By Shadia Nasralla
TOKYO (Reuters) - The Netherlands and Denmark got off to a strong start in the first equestrian dressage qualifiers on Saturday along with heavyweight contenders Germany who have Isabell Werth still to ride on Sunday along with Britain's Charlotte Dujardin.
Germany's Jessica von Bredow-Werndl snatched the highest individual score on Saturday, cementing her country as a powerhouse of equestrian sports.
Denmark's Cathrine Dufour, wearing a glittery helmet on her gelding Bohemian, scored the second-highest single score in the first round of qualifiers on Saturday, putting Denmark within grasping distance of a medal at the group final.
Eight teams of three horse-and-rider combinations will go through after Sunday's qualifiers to have a chance at winning a team medal on Tuesday.
"My feeling today was bloody amazing," a beaming Dufour told reporters after her performance, describing Bohemian as "really cool" and one of the best horses in the world.
"This year feels more secure, without making us lazy, but it's nice to feel (we) three girls, we're totally in control," she said of her team mates Carina Cassoe Kruth and Nanna Skodborg Merrald.
The scores for Von Bredow-Werndl, Dufour and the Netherland's Edward Gal have already secured them a place in the individuals final on Wednesday.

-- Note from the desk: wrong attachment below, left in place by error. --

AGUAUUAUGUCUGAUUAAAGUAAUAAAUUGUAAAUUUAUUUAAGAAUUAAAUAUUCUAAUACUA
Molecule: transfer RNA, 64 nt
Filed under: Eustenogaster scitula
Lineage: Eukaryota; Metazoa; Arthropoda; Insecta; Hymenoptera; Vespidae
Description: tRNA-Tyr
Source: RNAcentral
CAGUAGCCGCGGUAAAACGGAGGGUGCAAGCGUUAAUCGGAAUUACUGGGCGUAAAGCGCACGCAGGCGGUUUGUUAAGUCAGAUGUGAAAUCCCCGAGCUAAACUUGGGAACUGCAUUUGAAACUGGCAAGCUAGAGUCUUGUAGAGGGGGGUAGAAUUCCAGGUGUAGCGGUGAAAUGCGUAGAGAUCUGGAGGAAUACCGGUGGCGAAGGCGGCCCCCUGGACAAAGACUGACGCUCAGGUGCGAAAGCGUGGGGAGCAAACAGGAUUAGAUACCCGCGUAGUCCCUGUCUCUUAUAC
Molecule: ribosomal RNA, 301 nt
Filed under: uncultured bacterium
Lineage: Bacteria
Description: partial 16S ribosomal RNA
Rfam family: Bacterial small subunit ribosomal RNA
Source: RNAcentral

Britain's Charlotte Fry topped her qualifying group, helping put her team in third place in the qualifiers so far.
Sweden were in fourth place on Saturday, although Antonia Ramel, whose sister Juliette will ride on Sunday, said she was not happy with her score.
"I really hope (Juliette) does a very good test, without putting pressure on her, but really we need her to go and do a good test," Ramel told reporters.
Group rankings might change on Sunday when Werth, the world's most decorated Olympian in her sport, team mate Dorothee Schneider and world record holder Dujardin ride.
Saturday's qualifiers also saw the oldest Olympian at the Tokyo Games ride - Australia's 66-year-old Mary Hanna, a grandmother of four.
Donna Anna, the mare of Estonian rider Dina Ellermann who was the first equestrian ever sent to the Olympics by her country, relieved herself on the pitch while performing.
Tokyo is the first Olympics since dressage riders were forced to swap traditional top hats for helmets, despite calls from top riders to allow a choice between the two headgears.
(Reporting by Shadia Nasralla; Editing by Ken Ferris)